Meditate Monclair’s Guide To Keeping Mentally Fit

by | May 24, 2022

Michael Scott’s now memed response from The Office “It’s fine. I’m fine. Everything’s fine.” sums up America’s relationship with mental health and a host of other hot button issues. One silver lining to the global pandemic is that it forced the conversation and centred on mental health for people of all ages and socioeconomic groups. While it may feel daunting to read the news and continue to navigate ever-changing covid precautions, there are natural strategies available to help us help ourselves.

Since it’s Mental Health Awareness Month, I’d like to offer a few accessible well-being strategies to manage periodic flare-ups or just practice good mental health maintenance. Consider incorporating the following as part of your wellness plan to mitigate stress and maintain mental wellbeing: practice self-compassion, schedule social interaction with others and plan consistent physical exercise.

A full decade prior to covid, Akhand Gyan articulated the paradox of increasing material abundance and decreasing happiness in his 2013 article Self-Actualization: The New Age Management Mantra, “Another shift is happening in our consciousness is that in spite of all conveniences of modern life, there is more crime and violence around and we live in insecurity and mistrust. Despite working in the comfort of our air-conditioned offices, and material abundance at homes, we are more stressed and depressed than ever before.” We are living in arguably more stressful times with the war, white supremacy, gun violence and a volatile political environment compounding Covid, so the first key is to practice self-compassion.

Acknowledging our feelings, and their validity and holding space for them will help us process them quicker in a healthy way. Feeling bad about our feelings only exacerbates an issue and extends suffering. As American Tibetan Buddhist Pema Chodron said: “Remember you are the sky. Everything else is just weather.” If we are mindful that this situation is temporary, we can navigate it with detachment more confidently. Plus, we should find solace in the fact that everyone is feeling exhausted and a general sense of malaise from the state of affairs because we are having trouble making sense of the world. To wit, we typically process situations/stimuli by comparing them with known experiences; because nothing from our lifetime parallels the pandemic, our brains are essentially zooming in and out continuously like a camera lens searching for answers on how to process this trauma. For neurological reasons we are tired, which in turn makes us thin-skinned. So be kind to yourself. Practice self-compassion and extend kindness to others as we collectively process the monumental effects of Covid.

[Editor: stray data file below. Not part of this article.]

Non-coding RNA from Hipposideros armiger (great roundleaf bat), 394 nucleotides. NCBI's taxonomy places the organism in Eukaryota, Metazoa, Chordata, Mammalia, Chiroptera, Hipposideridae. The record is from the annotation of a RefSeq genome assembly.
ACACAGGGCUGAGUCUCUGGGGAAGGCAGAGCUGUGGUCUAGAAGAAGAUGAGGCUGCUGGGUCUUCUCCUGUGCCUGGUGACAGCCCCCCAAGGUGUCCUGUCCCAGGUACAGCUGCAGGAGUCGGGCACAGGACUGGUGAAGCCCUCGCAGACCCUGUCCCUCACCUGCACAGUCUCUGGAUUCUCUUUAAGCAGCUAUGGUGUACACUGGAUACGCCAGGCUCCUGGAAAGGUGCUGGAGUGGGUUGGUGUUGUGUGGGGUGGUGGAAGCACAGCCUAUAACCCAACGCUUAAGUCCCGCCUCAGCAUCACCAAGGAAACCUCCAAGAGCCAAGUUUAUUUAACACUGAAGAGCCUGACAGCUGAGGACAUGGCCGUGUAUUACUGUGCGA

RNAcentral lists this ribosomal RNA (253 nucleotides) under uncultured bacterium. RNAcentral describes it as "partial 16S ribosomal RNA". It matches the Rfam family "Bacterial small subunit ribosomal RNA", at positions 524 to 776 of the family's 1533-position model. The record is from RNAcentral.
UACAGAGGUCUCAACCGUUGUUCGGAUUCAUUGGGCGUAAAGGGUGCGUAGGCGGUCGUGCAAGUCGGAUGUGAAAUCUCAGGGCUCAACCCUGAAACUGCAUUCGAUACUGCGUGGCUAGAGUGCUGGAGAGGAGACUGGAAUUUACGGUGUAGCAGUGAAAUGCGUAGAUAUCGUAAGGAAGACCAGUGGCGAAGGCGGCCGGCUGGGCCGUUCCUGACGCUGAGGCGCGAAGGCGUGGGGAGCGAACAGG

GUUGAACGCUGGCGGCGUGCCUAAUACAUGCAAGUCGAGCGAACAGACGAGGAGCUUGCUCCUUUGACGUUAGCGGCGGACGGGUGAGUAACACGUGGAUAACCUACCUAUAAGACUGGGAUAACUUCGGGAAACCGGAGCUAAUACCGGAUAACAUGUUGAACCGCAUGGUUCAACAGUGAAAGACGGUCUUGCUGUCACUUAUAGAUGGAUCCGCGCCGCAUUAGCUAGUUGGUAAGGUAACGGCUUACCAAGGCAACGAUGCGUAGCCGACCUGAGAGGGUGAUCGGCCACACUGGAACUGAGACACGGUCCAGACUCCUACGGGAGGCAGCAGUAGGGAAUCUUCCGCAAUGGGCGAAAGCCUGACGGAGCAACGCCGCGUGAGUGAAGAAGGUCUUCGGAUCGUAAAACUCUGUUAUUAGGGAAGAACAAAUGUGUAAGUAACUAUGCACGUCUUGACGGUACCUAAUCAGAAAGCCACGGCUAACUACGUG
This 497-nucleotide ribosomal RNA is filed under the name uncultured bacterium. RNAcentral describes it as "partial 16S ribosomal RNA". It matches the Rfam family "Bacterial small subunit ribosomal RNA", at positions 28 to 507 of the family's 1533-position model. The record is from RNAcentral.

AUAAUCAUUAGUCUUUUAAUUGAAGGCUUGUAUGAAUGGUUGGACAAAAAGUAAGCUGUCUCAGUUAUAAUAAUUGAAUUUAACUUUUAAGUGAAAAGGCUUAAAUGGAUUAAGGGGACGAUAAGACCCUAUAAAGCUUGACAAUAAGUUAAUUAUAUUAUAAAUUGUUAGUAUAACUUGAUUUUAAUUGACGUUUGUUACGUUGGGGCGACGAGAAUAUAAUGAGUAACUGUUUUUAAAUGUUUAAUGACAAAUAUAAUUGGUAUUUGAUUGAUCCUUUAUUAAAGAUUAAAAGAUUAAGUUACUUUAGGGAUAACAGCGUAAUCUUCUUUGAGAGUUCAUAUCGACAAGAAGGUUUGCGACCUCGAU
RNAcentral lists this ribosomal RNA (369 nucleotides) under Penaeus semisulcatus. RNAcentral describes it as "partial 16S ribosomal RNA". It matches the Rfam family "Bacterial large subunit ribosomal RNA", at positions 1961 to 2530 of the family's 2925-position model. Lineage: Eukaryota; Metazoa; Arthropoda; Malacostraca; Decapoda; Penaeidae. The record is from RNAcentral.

Next, though our natural instinct might be to retreat from others and isolate ourselves, extended periods alone are not good for our mental health. Planning social interactions with supportive friends and family can stave off depression. In addition to employing introspective modalities to check in with yourself, check in on your people regularly. The value of community cannot be overstated as we all felt the loss during Covid’s lockdown period. People need people.